Kirk Evans is a Microsoft Architect for the Azure Center of Excellence.
Introduction to SharePoint and Azure IaaS
Building SharePoint Apps with Windows Azure Platform as a Service
SharePoint Solutions and Architectures on Windows Azure Infrastructure Services
Understanding Authentication and Permissions with Apps for SharePoint and Office
A customer indicated that they were having some problems with Generics in VB.NET and using "foreach" on it. After a couple of emails back and forth, I realized they wanted to see how to use the ForEach method on a List or Array. One way to use iteration is to use the "For Each" syntax, as shown in the "iterate1" method below. .NET 2.0 adds the System.Action generic delegate, which is implemented in the List and Array types with a ".ForEach" member method. This use is shown in the "iterate2" method below.
Dim l As DemoList(Of String) = New DemoList(Of String)
Sub iterate1(ByVal list As DemoList(Of String))
Dim s As String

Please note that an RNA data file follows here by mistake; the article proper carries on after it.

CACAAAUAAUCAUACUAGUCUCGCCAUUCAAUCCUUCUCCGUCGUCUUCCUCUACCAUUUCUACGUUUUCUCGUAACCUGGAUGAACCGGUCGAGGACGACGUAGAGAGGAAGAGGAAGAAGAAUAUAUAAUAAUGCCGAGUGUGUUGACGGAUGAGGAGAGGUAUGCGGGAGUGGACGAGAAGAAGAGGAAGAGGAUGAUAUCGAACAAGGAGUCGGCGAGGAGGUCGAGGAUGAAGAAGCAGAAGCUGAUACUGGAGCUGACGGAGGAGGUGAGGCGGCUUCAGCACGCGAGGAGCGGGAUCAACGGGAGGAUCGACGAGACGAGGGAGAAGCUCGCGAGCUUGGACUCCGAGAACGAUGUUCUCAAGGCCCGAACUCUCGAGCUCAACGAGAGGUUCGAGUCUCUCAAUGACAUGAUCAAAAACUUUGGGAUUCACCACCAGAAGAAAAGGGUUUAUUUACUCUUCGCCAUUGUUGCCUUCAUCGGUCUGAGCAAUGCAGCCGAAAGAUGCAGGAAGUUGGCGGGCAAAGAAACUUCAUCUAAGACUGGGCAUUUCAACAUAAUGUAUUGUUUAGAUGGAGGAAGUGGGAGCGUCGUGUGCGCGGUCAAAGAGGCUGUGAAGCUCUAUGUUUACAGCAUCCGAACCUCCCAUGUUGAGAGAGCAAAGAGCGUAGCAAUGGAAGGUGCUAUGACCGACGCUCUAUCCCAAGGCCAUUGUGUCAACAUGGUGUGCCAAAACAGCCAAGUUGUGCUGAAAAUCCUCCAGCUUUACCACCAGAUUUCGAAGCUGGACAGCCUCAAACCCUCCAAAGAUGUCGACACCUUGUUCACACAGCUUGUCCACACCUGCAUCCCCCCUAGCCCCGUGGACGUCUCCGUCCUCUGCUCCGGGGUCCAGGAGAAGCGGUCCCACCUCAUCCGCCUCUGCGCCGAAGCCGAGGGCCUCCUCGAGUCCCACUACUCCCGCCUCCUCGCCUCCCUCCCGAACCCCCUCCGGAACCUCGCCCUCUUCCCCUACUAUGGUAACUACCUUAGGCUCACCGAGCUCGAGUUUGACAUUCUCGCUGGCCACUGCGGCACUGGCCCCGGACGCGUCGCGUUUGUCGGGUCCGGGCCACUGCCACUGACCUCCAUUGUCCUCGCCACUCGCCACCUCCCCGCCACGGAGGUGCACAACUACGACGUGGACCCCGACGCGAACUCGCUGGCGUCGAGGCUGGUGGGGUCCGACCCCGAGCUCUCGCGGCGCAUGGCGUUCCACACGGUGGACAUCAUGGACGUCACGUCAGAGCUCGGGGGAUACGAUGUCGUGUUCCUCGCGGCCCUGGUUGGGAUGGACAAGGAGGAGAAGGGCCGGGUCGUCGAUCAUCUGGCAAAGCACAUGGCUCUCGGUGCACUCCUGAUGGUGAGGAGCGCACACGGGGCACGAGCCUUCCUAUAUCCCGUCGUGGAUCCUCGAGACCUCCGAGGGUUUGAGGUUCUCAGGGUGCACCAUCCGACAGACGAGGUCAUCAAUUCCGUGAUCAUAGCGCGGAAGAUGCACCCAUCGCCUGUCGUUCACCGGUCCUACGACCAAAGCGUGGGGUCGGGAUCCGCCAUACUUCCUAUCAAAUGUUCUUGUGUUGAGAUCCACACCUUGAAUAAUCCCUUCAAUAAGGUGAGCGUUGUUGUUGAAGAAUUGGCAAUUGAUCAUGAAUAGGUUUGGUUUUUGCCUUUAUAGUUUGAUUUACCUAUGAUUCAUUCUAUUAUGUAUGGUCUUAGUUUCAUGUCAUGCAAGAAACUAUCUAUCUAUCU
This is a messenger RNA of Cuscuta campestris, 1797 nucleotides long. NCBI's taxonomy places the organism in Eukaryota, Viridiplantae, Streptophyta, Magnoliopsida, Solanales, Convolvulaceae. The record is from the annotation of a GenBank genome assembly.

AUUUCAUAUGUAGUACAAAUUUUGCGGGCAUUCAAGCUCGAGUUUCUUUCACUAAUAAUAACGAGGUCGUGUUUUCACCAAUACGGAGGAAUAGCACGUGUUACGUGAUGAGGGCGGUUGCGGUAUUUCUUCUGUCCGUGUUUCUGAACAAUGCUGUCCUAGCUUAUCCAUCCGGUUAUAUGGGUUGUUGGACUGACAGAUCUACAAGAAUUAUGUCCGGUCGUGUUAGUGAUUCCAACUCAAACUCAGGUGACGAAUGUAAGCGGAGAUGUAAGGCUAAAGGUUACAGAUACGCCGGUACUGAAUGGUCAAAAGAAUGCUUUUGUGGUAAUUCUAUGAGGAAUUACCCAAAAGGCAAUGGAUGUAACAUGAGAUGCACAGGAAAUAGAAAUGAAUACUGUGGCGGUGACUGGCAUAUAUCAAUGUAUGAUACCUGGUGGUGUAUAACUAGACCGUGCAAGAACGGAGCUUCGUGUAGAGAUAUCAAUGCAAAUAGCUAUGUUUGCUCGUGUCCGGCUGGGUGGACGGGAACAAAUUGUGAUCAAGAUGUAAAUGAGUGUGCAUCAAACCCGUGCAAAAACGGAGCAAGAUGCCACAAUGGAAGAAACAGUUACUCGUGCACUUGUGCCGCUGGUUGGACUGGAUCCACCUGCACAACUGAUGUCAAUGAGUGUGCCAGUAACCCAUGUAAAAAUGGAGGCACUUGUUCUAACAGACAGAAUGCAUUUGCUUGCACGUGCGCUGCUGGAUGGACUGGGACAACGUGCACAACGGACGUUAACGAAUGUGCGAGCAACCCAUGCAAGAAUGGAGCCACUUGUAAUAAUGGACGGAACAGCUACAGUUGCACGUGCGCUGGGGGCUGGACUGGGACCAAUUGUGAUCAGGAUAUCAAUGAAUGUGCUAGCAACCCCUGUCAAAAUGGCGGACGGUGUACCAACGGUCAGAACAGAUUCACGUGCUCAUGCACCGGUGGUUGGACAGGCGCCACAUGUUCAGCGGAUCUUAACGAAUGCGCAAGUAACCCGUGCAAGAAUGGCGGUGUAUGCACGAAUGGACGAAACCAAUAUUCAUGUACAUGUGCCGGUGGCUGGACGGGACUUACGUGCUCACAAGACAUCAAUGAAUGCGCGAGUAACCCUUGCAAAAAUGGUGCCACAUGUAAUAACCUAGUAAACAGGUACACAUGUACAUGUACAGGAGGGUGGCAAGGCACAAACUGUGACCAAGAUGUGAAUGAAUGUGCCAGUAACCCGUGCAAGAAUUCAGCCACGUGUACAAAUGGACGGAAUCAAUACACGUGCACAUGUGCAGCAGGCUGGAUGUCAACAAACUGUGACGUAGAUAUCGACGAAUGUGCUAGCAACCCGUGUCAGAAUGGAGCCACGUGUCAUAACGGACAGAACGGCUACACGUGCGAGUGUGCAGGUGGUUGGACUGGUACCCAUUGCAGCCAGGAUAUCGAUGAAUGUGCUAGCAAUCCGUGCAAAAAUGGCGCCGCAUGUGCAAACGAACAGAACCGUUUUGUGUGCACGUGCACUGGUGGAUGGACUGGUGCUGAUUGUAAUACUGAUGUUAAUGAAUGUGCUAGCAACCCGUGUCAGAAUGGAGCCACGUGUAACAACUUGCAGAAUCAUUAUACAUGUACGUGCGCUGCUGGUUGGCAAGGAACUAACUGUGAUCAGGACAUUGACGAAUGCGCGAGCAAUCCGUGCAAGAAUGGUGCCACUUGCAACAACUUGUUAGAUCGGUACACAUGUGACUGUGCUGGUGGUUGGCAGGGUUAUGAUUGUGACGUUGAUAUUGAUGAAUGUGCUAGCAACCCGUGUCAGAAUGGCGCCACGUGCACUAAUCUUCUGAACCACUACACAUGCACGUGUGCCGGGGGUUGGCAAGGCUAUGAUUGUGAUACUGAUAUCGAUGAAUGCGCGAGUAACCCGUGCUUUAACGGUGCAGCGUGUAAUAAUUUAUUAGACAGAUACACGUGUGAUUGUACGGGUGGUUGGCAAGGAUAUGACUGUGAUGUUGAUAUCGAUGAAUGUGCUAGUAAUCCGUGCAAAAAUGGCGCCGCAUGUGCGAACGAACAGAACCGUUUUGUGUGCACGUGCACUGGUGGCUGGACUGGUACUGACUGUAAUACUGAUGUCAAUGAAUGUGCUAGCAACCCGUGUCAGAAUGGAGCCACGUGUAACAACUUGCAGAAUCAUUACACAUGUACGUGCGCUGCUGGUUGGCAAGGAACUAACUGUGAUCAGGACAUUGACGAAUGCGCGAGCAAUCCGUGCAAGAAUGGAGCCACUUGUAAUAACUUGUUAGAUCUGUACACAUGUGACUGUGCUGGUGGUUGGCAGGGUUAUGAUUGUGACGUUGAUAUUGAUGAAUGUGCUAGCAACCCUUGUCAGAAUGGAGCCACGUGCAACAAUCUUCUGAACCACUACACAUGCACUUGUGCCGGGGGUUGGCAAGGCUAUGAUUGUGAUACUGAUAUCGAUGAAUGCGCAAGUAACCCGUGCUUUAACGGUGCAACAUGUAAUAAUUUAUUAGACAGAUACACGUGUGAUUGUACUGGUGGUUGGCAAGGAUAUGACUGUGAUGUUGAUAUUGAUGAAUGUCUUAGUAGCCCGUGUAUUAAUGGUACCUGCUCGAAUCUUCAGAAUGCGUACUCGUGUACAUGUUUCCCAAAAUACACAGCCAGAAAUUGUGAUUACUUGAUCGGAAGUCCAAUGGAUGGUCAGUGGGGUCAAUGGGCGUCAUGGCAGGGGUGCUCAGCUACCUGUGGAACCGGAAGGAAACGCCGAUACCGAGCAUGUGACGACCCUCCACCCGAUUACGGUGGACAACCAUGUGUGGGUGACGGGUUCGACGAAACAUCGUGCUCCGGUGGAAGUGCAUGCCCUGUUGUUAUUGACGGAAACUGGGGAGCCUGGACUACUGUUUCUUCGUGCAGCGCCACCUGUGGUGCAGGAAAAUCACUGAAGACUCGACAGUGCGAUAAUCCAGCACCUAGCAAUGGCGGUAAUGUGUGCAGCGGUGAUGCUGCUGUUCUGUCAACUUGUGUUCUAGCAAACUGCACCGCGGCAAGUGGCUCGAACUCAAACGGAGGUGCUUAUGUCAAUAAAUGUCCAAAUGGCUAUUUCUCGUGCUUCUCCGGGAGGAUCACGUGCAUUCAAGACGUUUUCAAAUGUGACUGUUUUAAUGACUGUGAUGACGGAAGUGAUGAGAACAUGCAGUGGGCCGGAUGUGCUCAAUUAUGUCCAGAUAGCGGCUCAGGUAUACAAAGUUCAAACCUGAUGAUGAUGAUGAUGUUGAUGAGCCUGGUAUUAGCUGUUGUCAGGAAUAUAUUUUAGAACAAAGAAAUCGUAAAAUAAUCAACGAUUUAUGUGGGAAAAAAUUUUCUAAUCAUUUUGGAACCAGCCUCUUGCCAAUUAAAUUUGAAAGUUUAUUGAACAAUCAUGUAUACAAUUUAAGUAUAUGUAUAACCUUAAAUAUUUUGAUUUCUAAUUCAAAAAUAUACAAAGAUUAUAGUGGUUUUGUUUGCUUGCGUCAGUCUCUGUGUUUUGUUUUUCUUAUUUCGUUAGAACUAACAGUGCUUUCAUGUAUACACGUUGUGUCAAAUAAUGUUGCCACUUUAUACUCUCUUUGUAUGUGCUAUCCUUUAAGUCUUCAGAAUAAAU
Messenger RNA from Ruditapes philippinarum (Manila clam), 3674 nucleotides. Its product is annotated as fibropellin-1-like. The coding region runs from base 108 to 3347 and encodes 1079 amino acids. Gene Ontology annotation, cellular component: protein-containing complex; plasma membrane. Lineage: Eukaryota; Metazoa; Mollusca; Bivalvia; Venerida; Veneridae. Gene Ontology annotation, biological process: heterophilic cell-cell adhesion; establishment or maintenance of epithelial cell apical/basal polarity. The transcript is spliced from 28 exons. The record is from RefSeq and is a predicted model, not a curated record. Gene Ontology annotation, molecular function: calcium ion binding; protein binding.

For Each s In list
Sub iterate2(ByVal list As DemoList(Of String))
list.ForEach(New Action(Of String)(AddressOf list.DisplayUser))
Public Class DemoList(Of T)
Inherits List(Of T)
Sub DisplayUser(ByVal val As String)
Console.Write(" [- ")
Console.WriteLine(" -] ")
This is a very cool capability that allows you to write tighter, more compact code while more easily leveraging existing code.
Jon - this is TWICE within the past week that I am coding VB.NET.
But you're coding it like a squiggly character (C#) coder. Allow me to help.
Sub iterate1(ByVal list As DemoList(Of String)) , for example, should be:
Sub Iterate1(ByVal someParamNameOtherThanList As DemoList(Of String))
Perhaps something final like this:
Sub Iterate1(stringList As DemoList(Of String))